This one is called Wasabi. It loves the sun and shade. It has serrated edges, and is slightly corrugated. Again it’s colors are more luminescent in full sun. Although it won’t flower, it can be encouraged to bush out by pinching off the center stalk now and then. Multiple plants can be obtained by cutting or breaking off healthy stems, and rooting them.

A Truly Weird Combination of Chromosomes Must Be Inside This One

Compost Coleus 2 - mlm

Compost Coleus

I don’t know the name of this one either. Lately, I have been calling it “Compost Coleus” because it came up at the back of my very small compost bin, and has  taken over half of the area.  Yep, I should have moved it while it was still small.

Actually, it has a very interesting pattern of chartreuse and burgundy which, on most of the leaves, appears as if someone has spattered paint on it. It has a few leaves that are solid chartreuse, even fewer that are solid burgundy, and occasionally, it will have a leave that is exactly half burgundy and half chartreuse, or half solid and half speckled — split right along the middle vein or “mid-line” as shown in the two photos below. Weird, huh?

Weird Coleus - mlm Wht

 

Paint Brush Coleus - mlm

 

2. — Caladiums

Caladiums are in the same family with elephant ears (#5 below). They have always been available in green & white and green & red. Later varieties came to include red/green/pink and red/white. More and more variations on these colors seem to appear every couple of years. Here are some of mine:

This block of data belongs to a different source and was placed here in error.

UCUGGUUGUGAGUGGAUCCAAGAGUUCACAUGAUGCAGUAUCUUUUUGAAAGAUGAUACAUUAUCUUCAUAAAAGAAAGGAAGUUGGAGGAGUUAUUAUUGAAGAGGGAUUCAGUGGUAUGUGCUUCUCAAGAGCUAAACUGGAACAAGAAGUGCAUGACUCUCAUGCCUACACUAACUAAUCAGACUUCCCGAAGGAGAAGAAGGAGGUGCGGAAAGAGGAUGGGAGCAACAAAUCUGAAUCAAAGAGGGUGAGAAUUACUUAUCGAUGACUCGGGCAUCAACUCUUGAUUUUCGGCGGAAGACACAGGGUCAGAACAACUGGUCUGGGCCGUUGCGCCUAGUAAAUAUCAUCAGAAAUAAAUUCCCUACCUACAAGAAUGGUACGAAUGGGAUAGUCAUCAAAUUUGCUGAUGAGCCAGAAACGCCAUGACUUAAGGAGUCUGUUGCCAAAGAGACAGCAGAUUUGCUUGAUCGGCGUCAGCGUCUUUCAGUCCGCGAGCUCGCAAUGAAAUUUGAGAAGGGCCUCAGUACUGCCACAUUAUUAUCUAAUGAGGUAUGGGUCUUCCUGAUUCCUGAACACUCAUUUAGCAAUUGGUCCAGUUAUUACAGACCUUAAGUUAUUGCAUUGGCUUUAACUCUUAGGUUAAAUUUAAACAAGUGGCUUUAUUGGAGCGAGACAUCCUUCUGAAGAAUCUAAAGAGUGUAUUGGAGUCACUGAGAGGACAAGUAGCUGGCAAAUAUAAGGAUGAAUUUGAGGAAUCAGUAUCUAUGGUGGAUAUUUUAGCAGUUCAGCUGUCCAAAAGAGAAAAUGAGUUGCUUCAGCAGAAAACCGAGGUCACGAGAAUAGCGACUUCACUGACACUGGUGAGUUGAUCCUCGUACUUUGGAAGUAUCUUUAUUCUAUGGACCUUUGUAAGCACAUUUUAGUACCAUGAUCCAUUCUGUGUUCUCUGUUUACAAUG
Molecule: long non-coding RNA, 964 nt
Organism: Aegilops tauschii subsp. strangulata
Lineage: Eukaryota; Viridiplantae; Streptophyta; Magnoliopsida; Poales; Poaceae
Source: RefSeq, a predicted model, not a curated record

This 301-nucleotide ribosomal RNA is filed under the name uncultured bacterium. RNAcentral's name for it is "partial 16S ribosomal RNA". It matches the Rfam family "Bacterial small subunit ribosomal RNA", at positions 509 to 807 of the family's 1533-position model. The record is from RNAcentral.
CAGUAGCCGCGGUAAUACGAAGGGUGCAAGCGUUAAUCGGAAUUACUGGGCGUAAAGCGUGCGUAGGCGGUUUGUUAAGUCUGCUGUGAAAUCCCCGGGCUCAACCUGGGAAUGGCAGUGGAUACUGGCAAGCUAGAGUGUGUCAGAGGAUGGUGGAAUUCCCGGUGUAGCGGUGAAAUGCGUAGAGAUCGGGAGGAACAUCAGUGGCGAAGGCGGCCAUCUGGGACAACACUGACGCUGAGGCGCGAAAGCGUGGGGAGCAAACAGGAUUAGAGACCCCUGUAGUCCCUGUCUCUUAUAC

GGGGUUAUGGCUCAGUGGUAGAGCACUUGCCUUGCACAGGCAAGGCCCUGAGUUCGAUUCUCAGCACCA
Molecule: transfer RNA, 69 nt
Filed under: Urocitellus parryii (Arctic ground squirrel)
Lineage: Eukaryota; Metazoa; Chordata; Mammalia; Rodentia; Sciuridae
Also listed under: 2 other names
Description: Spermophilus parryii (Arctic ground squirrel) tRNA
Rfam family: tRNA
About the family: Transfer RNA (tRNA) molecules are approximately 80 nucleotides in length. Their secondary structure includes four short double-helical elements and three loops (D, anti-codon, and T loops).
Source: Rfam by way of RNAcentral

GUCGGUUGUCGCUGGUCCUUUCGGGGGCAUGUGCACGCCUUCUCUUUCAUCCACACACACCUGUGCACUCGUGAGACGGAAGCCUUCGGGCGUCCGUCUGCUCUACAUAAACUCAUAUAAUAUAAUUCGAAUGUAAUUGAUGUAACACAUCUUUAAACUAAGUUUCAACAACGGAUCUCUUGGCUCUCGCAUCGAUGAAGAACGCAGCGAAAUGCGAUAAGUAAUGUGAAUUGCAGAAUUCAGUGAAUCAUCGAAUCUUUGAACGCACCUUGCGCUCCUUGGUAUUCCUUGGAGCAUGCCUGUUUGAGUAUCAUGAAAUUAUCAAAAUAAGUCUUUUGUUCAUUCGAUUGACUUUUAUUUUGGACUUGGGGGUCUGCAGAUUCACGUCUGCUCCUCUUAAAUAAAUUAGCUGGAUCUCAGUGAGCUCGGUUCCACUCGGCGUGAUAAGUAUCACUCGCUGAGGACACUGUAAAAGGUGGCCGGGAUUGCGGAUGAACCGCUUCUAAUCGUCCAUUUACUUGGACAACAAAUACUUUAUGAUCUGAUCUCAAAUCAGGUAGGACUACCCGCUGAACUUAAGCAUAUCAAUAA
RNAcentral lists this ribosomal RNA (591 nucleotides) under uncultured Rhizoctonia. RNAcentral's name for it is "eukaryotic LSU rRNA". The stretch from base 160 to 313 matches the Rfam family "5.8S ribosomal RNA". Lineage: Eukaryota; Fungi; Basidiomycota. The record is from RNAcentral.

Caladiums - White - mlm

“Florida Sunrise”

I have plenty of this variety to share. It’s called “Florida Sunrise”. As you can see, it is white with green and red veins. The red looks to me like watercolor “bloom”, i.e., paint that has spread or “bloomed” into adjacent wet paint or wet paper.

These guys do fine in full sun during the spring, BUT when the summer heat arrives, they won’t last long. I have some in the sun, and am gradually moving them to less sunny spots in our yard.

White Caladiums cropped - mlm

 

White w Speckled Red - mlm

“Gingerland”

This is one of the newest ones I have seen — white with a green border, and splashes of red. I have only one of these, but this is a plant that multiplies year after year. Soon there will be plenty to share with friends and neighbors.

It now gets morning sun, and is shaded from the harsh afternoon sun. After it multiplies, I think I will see what happens when I move one of them to a sunnier spot.

 

 

 

CC and Caladiums - mlm“Red Flash”

Here’s a photo of the huge, mostly red caladium. I took this photo to show how large the leaves have gotten this year. Little C.C. is a 10-pound Maltese, and the plant is at least twice her height.

 

3. — Hosta

Hosta was always my number one favorite foliage plant, but for whatever reason, they don’t seem to do well in this part of central Florida. I brought some with me when we moved, and they come up each spring, look beautiful until mid-summer, then shrivel up and disappear until the next spring. Go figure.